Google Will Ask Judge To Deny Certification To In-App Purchase Lawsuits

Recall Lawyer News

Google recently settled with the Federal Trade Commission over allegations that they allowed for minors to make unauthorized in-app purchases on parents' cell phones, and argue that motion should be enough to deny ongoing class action lawsuits MDL certification.

Tuesday, January 20, 2015 - Google is expected to request for in-app purchase lawsuits to not be consolidated into multidistrict litigation before a federal judge in the near future. The lawsuits, which center around claims that unauthorized in-app purchases by minors should have been prevented via password, have already elicited a sizable settlement between Google and the Federal Trade Commission. However plaintiffs continue to push for further litigation, claiming Google‘s disruption of discovery makes a denial at this point in the process premature. The request to deny MDL certification comes from the contents of a January 16 joint status report, in which Google made its intentions to ask for a denial clear.

The first lawsuit in the case was filed in March by a New York mother who claimed that she had been charged almost $70 for in-game purchases her child made while playing the game "Run Jump Smash" in only 30 minutes. Plaintiffs since then have raised additional concerns, such as there being no warning for parents that the children can make unauthorized purchases and that the purchases were not protected by additional password requirements. The games of interest allowed for minors to make unauthorized purchases for 30 minutes after an initial password was used to log the child into the game.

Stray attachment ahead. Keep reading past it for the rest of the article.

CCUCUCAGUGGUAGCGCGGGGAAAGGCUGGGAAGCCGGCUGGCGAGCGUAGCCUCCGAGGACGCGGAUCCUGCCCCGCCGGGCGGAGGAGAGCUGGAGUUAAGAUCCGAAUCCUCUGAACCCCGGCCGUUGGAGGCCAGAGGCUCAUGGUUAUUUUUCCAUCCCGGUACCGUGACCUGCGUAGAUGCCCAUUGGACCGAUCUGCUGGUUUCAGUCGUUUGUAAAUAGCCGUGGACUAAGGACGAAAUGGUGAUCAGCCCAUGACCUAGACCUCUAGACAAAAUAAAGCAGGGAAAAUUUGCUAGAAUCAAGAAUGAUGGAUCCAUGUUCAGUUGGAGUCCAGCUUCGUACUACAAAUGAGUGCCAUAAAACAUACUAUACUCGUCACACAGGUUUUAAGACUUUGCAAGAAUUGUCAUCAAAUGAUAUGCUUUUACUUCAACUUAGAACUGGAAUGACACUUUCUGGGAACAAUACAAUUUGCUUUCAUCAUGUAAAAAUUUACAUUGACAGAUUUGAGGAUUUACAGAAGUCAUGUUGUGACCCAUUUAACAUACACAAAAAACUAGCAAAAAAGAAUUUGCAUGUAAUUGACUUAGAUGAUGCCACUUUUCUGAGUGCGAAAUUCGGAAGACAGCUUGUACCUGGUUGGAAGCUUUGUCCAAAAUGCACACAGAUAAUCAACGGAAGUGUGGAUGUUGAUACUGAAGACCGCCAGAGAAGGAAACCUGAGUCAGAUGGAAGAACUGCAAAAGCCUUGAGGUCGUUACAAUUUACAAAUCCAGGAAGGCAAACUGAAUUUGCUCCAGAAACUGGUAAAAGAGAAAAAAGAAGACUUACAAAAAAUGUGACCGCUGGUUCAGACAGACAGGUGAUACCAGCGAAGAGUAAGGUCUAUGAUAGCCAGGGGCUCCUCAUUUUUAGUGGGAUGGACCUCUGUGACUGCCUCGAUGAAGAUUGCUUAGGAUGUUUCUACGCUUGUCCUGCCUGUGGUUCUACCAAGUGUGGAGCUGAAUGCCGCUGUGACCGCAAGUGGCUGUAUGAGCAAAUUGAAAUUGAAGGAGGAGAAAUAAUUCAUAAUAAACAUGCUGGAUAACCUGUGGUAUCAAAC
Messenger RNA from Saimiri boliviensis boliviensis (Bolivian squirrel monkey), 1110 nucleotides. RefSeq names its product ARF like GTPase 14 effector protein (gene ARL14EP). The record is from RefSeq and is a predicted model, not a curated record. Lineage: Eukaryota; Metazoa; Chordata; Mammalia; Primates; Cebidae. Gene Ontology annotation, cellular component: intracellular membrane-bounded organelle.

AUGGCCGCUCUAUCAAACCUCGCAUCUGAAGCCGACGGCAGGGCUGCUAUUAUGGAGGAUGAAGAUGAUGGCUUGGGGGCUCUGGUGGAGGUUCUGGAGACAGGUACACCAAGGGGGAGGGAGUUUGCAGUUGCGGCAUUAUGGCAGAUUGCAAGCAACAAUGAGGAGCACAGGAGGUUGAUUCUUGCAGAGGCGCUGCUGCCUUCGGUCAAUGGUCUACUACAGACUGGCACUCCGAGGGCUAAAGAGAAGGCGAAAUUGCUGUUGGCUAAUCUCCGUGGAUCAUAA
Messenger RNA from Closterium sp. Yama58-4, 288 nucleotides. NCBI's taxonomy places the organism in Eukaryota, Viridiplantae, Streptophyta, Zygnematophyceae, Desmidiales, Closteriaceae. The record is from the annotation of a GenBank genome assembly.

Google had motion for dismissal denied in May of 2014, in large part because these types of cases have become common in the tech industry. Amazon is currently in a legal battle over lawsuits aimed at unauthorized purchases made by minors, and Apple agreed to a $32.5 million settlement with the FTC in January of 2014 over a 15-minute window their apps allowed for unauthorized purchases to take place. One plaintiff in the Apple case claimed their child had spent $2,600 on one game alone. Litigation against Apple also resulted in a class action settlement in California which refunded plaintiffs the value of their claim in Apple store credit.

In December, Google agreed to settle a FTC investigation into the unauthorized in-app purchases for $19 million. The FTC found that the practice of billing customers for unintended purchases made without password protection had been taking place since 2011. Though this sum is intended to refund customers who lost money due to the unauthorized in-app purchases, many of the plaintiffs involved in the lawsuit claim that the settlement with the FTC did not sufficiently resolve the case. They believe the case has not been fully explored yet, referencing the fact that Google caused more than six-months of delays in the discovery process.

Google contends that the amount of the FTC settlement would cover any of the damages that could be awarded in multidistrict litigation. The defendants also pointed to examples in other courts when plaintiffs were not allowed to proceed with litigation when an alternative and satisfactory method of reimbursement had been made available. Google claims that the FTC settlement would fully refund any customers who had been charged for unauthorized purchases. In case the lawsuits do end up certified, Google has requested the judge overseeing the case issue a briefing schedule in relation to the potential developments of multidistrict litigation.